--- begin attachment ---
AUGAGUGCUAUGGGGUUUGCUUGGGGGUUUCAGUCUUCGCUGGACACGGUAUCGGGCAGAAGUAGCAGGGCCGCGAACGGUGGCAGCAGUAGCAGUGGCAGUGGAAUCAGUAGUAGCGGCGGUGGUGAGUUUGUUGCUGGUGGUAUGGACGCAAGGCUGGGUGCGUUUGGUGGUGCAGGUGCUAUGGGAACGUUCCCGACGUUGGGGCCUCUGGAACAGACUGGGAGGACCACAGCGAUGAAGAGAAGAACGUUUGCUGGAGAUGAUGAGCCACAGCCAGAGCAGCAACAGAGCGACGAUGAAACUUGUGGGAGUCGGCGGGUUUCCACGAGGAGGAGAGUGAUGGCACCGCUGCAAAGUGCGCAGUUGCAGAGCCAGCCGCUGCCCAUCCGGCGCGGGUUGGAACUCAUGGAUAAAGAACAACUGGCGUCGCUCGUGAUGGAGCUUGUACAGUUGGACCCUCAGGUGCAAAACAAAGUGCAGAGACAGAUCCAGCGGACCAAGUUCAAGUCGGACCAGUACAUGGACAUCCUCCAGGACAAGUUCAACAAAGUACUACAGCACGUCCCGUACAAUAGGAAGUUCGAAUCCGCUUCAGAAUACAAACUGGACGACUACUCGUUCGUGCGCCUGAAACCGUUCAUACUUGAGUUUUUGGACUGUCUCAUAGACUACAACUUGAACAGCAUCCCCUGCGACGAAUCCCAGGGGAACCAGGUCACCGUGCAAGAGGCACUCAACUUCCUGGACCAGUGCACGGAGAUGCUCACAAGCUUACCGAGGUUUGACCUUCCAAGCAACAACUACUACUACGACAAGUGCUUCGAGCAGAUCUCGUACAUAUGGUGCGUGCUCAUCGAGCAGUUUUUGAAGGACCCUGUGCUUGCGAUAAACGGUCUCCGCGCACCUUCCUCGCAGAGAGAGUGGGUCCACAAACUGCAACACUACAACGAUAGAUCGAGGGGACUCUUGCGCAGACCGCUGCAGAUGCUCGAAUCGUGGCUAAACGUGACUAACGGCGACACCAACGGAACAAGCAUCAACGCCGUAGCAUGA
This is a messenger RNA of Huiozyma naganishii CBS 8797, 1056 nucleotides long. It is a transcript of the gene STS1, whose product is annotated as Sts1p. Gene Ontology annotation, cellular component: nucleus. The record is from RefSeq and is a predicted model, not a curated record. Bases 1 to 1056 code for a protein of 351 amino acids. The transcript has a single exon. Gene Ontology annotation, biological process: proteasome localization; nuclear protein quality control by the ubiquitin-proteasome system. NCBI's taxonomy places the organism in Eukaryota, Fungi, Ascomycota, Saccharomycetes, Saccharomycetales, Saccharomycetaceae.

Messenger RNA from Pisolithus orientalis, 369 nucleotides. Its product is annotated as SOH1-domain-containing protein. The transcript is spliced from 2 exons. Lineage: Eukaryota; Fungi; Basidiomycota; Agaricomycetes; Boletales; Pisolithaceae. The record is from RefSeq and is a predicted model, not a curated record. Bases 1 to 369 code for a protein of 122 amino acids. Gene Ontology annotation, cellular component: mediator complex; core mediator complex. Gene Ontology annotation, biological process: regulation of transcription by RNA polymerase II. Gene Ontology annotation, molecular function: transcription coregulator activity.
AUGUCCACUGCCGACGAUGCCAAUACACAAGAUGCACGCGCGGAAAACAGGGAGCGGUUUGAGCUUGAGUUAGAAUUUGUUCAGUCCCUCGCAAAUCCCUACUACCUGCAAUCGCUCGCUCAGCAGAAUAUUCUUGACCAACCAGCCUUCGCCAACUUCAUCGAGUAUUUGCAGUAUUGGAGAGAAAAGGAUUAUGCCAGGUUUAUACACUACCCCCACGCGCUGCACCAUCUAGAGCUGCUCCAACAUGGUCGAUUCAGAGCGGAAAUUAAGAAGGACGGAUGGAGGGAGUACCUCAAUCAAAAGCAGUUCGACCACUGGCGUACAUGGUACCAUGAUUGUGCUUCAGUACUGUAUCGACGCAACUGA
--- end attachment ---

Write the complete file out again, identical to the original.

AUGAGUGCUAUGGGGUUUGCUUGGGGGUUUCAGUCUUCGCUGGACACGGUAUCGGGCAGAAGUAGCAGGGCCGCGAACGGUGGCAGCAGUAGCAGUGGCAGUGGAAUCAGUAGUAGCGGCGGUGGUGAGUUUGUUGCUGGUGGUAUGGACGCAAGGCUGGGUGCGUUUGGUGGUGCAGGUGCUAUGGGAACGUUCCCGACGUUGGGGCCUCUGGAACAGACUGGGAGGACCACAGCGAUGAAGAGAAGAACGUUUGCUGGAGAUGAUGAGCCACAGCCAGAGCAGCAACAGAGCGACGAUGAAACUUGUGGGAGUCGGCGGGUUUCCACGAGGAGGAGAGUGAUGGCACCGCUGCAAAGUGCGCAGUUGCAGAGCCAGCCGCUGCCCAUCCGGCGCGGGUUGGAACUCAUGGAUAAAGAACAACUGGCGUCGCUCGUGAUGGAGCUUGUACAGUUGGACCCUCAGGUGCAAAACAAAGUGCAGAGACAGAUCCAGCGGACCAAGUUCAAGUCGGACCAGUACAUGGACAUCCUCCAGGACAAGUUCAACAAAGUACUACAGCACGUCCCGUACAAUAGGAAGUUCGAAUCCGCUUCAGAAUACAAACUGGACGACUACUCGUUCGUGCGCCUGAAACCGUUCAUACUUGAGUUUUUGGACUGUCUCAUAGACUACAACUUGAACAGCAUCCCCUGCGACGAAUCCCAGGGGAACCAGGUCACCGUGCAAGAGGCACUCAACUUCCUGGACCAGUGCACGGAGAUGCUCACAAGCUUACCGAGGUUUGACCUUCCAAGCAACAACUACUACUACGACAAGUGCUUCGAGCAGAUCUCGUACAUAUGGUGCGUGCUCAUCGAGCAGUUUUUGAAGGACCCUGUGCUUGCGAUAAACGGUCUCCGCGCACCUUCCUCGCAGAGAGAGUGGGUCCACAAACUGCAACACUACAACGAUAGAUCGAGGGGACUCUUGCGCAGACCGCUGCAGAUGCUCGAAUCGUGGCUAAACGUGACUAACGGCGACACCAACGGAACAAGCAUCAACGCCGUAGCAUGA
This is a messenger RNA of Huiozyma naganishii CBS 8797, 1056 nucleotides long. It is a transcript of the gene STS1, whose product is annotated as Sts1p. Gene Ontology annotation, cellular component: nucleus. The record is from RefSeq and is a predicted model, not a curated record. Bases 1 to 1056 code for a protein of 351 amino acids. The transcript has a single exon. Gene Ontology annotation, biological process: proteasome localization; nuclear protein quality control by the ubiquitin-proteasome system. NCBI's taxonomy places the organism in Eukaryota, Fungi, Ascomycota, Saccharomycetes, Saccharomycetales, Saccharomycetaceae.

Messenger RNA from Pisolithus orientalis, 369 nucleotides. Its product is annotated as SOH1-domain-containing protein. The transcript is spliced from 2 exons. Lineage: Eukaryota; Fungi; Basidiomycota; Agaricomycetes; Boletales; Pisolithaceae. The record is from RefSeq and is a predicted model, not a curated record. Bases 1 to 369 code for a protein of 122 amino acids. Gene Ontology annotation, cellular component: mediator complex; core mediator complex. Gene Ontology annotation, biological process: regulation of transcription by RNA polymerase II. Gene Ontology annotation, molecular function: transcription coregulator activity.
AUGUCCACUGCCGACGAUGCCAAUACACAAGAUGCACGCGCGGAAAACAGGGAGCGGUUUGAGCUUGAGUUAGAAUUUGUUCAGUCCCUCGCAAAUCCCUACUACCUGCAAUCGCUCGCUCAGCAGAAUAUUCUUGACCAACCAGCCUUCGCCAACUUCAUCGAGUAUUUGCAGUAUUGGAGAGAAAAGGAUUAUGCCAGGUUUAUACACUACCCCCACGCGCUGCACCAUCUAGAGCUGCUCCAACAUGGUCGAUUCAGAGCGGAAAUUAAGAAGGACGGAUGGAGGGAGUACCUCAAUCAAAAGCAGUUCGACCACUGGCGUACAUGGUACCAUGAUUGUGCUUCAGUACUGUAUCGACGCAACUGA